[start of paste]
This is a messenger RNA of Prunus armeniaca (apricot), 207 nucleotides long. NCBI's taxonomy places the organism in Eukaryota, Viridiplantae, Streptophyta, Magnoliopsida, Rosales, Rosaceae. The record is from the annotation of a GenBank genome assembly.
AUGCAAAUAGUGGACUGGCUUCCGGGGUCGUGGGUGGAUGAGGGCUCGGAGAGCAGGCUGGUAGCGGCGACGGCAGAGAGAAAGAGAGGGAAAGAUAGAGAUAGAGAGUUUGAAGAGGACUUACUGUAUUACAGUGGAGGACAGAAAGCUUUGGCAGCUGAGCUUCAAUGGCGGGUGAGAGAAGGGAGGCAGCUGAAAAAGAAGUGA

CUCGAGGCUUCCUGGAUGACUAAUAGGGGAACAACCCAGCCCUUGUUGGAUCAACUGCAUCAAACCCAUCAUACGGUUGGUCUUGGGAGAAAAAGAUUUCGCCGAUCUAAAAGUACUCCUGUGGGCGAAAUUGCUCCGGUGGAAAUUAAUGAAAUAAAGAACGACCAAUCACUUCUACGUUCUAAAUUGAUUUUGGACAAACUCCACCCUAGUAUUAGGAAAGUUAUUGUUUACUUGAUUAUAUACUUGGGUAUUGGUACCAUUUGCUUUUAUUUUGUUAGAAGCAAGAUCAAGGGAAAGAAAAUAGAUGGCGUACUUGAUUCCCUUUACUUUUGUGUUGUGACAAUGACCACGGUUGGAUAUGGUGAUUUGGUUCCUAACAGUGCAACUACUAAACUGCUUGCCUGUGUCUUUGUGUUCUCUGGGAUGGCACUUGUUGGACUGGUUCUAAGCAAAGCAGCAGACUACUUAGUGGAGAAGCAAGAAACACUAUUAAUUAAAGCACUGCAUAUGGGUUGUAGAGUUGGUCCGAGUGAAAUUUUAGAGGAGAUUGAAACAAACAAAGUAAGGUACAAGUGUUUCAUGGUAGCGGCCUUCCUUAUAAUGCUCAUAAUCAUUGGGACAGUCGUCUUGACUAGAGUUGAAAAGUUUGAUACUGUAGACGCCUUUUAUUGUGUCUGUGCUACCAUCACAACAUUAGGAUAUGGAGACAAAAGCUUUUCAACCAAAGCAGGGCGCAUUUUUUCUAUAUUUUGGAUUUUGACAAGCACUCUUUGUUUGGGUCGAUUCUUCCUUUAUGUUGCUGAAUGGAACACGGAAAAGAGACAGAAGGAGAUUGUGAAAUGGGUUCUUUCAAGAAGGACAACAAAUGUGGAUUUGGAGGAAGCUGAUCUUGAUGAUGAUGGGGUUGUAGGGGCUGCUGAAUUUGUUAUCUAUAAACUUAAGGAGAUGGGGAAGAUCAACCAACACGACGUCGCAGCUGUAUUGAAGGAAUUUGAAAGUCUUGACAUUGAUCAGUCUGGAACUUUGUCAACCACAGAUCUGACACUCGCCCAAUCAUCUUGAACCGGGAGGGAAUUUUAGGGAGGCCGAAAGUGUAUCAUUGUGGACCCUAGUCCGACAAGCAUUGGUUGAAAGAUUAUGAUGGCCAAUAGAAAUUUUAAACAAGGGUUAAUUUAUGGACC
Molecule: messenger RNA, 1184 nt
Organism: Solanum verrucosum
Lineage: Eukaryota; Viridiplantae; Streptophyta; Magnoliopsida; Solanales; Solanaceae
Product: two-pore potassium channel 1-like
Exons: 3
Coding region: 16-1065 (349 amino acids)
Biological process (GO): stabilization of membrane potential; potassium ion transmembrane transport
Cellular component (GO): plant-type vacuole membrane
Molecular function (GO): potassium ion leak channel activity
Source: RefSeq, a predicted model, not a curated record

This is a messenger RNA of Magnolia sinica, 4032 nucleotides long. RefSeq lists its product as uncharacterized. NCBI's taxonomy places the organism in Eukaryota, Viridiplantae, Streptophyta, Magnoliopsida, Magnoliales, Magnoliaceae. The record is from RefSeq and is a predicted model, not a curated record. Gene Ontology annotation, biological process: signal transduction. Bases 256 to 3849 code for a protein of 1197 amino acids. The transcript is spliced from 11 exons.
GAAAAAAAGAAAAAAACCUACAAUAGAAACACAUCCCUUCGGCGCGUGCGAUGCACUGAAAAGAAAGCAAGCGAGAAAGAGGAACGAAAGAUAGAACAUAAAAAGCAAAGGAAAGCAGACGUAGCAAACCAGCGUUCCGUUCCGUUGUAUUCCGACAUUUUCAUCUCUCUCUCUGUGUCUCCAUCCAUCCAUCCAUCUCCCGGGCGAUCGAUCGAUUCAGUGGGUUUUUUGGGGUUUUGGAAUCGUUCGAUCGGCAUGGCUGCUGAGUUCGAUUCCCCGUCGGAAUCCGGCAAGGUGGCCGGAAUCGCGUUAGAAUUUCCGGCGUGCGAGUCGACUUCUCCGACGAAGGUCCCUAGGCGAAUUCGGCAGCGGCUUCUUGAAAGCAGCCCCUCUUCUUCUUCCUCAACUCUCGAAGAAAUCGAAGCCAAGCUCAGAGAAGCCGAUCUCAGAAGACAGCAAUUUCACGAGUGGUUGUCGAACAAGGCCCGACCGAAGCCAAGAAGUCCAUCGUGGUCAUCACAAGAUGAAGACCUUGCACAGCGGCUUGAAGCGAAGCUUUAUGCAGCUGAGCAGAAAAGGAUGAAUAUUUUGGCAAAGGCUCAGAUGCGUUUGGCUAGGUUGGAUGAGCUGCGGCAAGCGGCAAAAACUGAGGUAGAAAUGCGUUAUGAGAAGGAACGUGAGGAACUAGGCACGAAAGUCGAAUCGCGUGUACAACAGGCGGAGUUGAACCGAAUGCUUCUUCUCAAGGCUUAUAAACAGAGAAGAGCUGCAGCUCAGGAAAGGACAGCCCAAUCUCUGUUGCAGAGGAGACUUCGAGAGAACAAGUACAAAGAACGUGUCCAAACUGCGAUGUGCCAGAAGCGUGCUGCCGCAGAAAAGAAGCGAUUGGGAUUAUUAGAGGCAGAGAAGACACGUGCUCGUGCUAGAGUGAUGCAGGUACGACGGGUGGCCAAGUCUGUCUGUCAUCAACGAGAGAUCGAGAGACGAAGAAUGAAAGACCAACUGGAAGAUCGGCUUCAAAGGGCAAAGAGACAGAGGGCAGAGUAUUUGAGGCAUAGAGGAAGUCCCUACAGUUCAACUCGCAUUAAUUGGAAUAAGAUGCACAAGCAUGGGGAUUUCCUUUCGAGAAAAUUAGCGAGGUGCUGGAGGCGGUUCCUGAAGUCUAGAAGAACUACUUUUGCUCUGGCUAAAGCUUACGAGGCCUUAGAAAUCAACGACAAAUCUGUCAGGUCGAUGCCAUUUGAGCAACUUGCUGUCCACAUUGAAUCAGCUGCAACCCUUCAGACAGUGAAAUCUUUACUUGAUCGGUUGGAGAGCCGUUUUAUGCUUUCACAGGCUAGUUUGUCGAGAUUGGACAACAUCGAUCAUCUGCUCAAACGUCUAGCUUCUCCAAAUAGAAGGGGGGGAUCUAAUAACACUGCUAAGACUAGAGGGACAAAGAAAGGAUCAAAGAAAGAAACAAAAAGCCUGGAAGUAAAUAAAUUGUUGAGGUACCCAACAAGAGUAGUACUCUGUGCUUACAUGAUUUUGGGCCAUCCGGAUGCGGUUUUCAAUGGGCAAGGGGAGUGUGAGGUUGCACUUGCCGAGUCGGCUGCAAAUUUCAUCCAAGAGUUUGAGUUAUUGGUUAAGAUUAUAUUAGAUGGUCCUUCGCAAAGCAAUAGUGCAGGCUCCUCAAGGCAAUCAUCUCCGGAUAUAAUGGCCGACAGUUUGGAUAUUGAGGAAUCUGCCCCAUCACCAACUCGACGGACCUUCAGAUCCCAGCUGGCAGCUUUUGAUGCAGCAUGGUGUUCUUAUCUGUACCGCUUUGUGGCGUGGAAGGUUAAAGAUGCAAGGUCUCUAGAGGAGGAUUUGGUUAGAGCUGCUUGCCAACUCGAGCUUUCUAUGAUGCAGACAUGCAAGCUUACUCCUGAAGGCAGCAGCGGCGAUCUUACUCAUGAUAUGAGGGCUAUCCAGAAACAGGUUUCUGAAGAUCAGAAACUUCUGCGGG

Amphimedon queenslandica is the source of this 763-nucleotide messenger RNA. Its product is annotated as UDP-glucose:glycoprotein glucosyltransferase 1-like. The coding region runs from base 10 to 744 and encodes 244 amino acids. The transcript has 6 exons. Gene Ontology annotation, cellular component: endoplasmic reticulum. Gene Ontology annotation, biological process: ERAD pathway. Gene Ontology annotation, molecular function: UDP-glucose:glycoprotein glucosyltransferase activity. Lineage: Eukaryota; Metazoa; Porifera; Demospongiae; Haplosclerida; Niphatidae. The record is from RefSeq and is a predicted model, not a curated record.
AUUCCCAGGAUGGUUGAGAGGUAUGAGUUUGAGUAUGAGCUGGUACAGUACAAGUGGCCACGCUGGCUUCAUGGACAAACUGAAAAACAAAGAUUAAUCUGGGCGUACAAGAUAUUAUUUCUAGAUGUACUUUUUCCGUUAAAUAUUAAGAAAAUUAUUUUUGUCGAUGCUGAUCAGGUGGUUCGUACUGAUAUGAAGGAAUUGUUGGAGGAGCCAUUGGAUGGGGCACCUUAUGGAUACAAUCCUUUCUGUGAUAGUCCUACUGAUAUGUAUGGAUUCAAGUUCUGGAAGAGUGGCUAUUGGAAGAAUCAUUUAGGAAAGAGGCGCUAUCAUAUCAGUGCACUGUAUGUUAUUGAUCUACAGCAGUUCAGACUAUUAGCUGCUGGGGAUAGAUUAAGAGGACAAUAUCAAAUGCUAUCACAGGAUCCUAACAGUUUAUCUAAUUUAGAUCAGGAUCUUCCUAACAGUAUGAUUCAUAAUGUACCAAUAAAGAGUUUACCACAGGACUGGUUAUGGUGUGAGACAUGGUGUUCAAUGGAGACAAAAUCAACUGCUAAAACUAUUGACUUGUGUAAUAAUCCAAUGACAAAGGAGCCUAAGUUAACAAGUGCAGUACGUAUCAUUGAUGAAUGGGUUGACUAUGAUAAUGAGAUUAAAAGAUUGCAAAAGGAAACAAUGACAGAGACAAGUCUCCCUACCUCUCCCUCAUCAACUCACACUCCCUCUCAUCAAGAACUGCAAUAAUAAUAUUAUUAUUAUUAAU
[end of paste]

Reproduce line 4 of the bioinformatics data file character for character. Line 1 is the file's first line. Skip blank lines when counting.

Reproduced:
Molecule: messenger RNA, 1184 nt